Football

The remarkable story of Dynamo Berlin

Updated 1252 GMT (2052 HKT) January 14, 2016
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Welcome to the world of "Ossi" football. This is Berliner FC Dynamo's Sportforum stadium in Hohenschönhausen, deep in the east of the city. The district is famous for its Stasi jail. The club is also known as BFC Dynamo.

David Crossland
The interior of BFC's club headquarters hasn't changed much since the fall of communism. David Crossland
BFC manager Jörn Lenz, 46, a former midfielder for the club, stands next to photos of the team's past successes. BFC won East Germany's Oberliga for 10 successive years between 1979 and 1988. David Crossland
Bernd Brillat, 64, who played for BFC between 1966 and 1983, is pictured in the club's stadium. Today, he's the team's kit manager and still plays football. David Crossland
Former BFC defender Waldemar Ksienzyk said playing for the club "was a high point of my football career because we had a very good team and comradeship. It was a good life." David Crossland
The Trabant was produced in East Germany from 1957 to 1990 -- but some footballers in the country at that time were paid enough to be able to afford more luxurious modes of travel.
BFC players earned enough to afford a Russian-made Lada car, considered a luxury at the time. DANIEL MIHAILESCU/AFP/AFP/Getty Images
BFC was seen as being "owned" by the Stasi -- East Germany's secret police. Its biggest fan was Erich Mielke, the Minister for State Security for more than 30 years until the German Democratic Republic (GDR) collapsed in 1989. David Crossland/David Crossland
As well as being a keen BFC supporter, Stasi chief Mielke (center) was the club's honorary chairman and would refer to the players as "My Boys." Mielke is pictured standing behind German athlete Helga Haase, the first female Olympic speed skating champion, at a reception party. Express Newspapers/Hulton Archive/Getty Images
Mielke's office remains at the defunct Stasi headquarters in Berlin, which is now a museum. Because of BFC's Stasi connections, the club became synonymous with "referee manipulation." Odd Andersen/AFP/Getty Images
The former Stasi headquarters in East Berlin. "It emerged after the political transition that Dynamo, as the favorite club of Stasi chief Erich Mielke, received many benefits and in some cases mild pressure was applied in its favor," the German FA (DFB) says on its website. Courtesy Stasi Museum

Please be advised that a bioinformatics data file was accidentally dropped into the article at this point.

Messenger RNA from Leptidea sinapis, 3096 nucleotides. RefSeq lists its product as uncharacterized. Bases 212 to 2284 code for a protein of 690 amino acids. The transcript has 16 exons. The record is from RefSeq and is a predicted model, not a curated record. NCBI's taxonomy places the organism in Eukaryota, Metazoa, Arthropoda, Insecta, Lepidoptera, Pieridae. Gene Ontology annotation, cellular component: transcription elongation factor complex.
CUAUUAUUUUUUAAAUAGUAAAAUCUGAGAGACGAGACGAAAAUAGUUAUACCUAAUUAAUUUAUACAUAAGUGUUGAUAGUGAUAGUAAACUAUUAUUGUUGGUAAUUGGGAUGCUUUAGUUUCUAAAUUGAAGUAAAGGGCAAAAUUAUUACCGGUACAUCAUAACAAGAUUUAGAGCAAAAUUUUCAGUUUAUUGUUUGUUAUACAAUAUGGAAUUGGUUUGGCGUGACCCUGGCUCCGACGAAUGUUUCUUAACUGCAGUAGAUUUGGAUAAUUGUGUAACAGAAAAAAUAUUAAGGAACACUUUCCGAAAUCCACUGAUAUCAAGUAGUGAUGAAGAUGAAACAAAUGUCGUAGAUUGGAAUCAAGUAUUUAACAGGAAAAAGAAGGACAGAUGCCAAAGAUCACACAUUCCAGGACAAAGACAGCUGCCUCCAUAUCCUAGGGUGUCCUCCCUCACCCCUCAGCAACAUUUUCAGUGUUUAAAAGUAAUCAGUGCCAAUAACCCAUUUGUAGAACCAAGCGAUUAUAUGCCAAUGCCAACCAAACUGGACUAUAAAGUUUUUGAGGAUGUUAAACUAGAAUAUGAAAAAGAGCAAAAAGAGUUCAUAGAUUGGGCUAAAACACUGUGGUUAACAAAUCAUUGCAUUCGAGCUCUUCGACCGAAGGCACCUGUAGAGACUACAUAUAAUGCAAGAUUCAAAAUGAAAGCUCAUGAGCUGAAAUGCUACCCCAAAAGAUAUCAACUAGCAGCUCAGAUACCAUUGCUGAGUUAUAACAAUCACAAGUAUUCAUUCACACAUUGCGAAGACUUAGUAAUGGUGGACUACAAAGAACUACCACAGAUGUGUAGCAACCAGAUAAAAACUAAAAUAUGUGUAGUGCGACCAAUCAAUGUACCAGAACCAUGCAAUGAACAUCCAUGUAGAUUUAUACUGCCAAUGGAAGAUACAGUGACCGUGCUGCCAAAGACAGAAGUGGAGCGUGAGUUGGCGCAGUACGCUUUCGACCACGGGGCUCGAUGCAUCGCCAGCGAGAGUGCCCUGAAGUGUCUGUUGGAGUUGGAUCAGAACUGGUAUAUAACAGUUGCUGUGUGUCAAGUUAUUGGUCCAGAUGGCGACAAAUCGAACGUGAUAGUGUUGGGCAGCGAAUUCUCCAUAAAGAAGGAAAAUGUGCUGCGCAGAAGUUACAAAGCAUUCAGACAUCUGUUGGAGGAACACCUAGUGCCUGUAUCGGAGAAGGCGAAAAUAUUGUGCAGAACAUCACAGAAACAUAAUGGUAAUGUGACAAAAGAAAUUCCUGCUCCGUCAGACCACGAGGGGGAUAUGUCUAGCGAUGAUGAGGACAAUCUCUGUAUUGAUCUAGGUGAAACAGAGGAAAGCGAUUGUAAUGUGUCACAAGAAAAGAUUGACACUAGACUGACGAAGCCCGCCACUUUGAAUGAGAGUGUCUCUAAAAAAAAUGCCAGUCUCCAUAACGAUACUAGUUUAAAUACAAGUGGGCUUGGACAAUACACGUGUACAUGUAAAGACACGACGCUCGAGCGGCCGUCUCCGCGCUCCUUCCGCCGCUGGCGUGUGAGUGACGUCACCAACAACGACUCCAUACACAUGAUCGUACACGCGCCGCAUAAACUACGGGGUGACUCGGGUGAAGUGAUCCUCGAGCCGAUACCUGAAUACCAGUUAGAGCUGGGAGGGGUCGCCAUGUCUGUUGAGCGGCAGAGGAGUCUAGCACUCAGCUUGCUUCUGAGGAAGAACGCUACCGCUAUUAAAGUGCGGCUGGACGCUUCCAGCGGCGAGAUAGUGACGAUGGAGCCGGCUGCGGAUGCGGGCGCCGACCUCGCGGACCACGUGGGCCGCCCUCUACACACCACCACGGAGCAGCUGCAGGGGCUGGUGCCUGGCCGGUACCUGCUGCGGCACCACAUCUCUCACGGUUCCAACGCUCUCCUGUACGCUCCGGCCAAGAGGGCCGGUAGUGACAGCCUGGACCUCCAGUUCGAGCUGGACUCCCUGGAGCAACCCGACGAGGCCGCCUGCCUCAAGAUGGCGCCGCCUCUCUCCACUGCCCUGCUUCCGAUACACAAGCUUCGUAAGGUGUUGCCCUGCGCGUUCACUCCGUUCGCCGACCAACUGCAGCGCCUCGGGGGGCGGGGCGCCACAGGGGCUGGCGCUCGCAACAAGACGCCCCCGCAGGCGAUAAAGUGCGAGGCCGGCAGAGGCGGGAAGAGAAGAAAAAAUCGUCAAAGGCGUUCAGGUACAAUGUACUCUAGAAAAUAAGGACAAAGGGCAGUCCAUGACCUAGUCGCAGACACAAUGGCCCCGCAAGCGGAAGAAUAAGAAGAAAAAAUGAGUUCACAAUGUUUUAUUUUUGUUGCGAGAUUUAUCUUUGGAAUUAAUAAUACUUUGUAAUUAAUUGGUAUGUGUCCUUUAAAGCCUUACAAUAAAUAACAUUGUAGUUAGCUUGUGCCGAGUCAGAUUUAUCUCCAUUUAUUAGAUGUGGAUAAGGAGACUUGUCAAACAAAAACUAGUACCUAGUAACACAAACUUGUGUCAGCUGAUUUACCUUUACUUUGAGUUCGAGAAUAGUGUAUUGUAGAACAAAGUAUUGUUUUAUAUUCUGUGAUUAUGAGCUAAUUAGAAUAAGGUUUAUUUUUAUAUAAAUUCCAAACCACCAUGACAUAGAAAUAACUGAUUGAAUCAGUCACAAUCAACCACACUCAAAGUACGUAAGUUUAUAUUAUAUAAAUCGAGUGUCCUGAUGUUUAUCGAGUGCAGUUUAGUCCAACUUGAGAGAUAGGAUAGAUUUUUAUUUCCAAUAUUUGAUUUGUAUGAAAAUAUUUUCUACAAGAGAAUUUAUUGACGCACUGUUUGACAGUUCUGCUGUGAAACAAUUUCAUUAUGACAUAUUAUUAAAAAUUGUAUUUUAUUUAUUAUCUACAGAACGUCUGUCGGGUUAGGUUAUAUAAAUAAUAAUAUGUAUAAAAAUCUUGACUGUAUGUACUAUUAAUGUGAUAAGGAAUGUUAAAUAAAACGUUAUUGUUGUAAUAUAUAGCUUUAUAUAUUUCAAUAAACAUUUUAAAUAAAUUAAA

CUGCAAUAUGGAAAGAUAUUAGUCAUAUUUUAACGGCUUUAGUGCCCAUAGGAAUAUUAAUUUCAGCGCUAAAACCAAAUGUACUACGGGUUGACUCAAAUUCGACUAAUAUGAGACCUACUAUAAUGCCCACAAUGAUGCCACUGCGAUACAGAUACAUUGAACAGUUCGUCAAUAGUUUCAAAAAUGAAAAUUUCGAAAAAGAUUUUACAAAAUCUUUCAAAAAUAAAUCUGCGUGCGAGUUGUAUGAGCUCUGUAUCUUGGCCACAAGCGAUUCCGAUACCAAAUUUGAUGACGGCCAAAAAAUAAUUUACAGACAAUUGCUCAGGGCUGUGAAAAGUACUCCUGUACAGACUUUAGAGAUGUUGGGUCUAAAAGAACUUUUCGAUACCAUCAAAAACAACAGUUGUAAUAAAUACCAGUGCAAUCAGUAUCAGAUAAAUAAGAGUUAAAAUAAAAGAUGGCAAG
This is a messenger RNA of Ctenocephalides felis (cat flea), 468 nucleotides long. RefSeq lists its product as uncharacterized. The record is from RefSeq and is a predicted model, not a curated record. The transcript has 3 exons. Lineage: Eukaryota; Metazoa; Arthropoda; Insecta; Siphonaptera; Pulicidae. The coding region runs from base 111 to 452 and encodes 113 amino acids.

A visitor looks at a display of video monitors once used by GDR border police. Former player Falko Gotz recalls that on BFC European away trips "there were Stasi officers there that didn't just accompany us as fans. When you're on the fourth floor of a hotel and there are two people sitting in front of the stairs all night, you know it's definitely not fans." Sean Gallup/AFP/Getty
It's 1968, and Berlin's Brandenburg Gate is seen through a swirl of barbed wire. BFC came to represent football power in the east of the divided city. AFP/AFP/AFP/Getty Images
On November 11, 1989, thousands of young East Berliners gather at the Berlin Wall near the Brandenburg Gate as they wait for a crossing into the West to be opened. The fall of East Germany meant the end of life as BFC had known it. GERARD MALIE/AFP/AFP/Getty Images
East German border guards demolish a section of the Berlin wall in order to open a new crossing point between East and West Berlin at the border line near the Potsdamer Square on November 11, 1989. Mielke was arrested and the Stasi disintegrated as furious protestors stormed its offices across the country. BFC's days as a powerhouse club were over. GERARD MALIE/AFP/AFP/Getty Images
People from East Germany greet citizens of West Germany at the Brandenburg Gate in Berlin on December 22, 1989 as the border was opened. Bundesliga clubs rapidly lured away BFC's best players. PATRICK HERTZOG/AFP/AFP/Getty Images
BFC player Andis Shala gives instructions during a match against FSV Zwickau in 2014. The club is currently in the fourth tier of German football. Karina Hessland/Bongarts/Bongarts/Getty Images
Fans of the modern-day BFC Dynamo fly a huge flag at a Regionalliga Nordost match against FSV Zwickau in 2014. Karina Hessland/Bongarts/Bongarts/Getty Images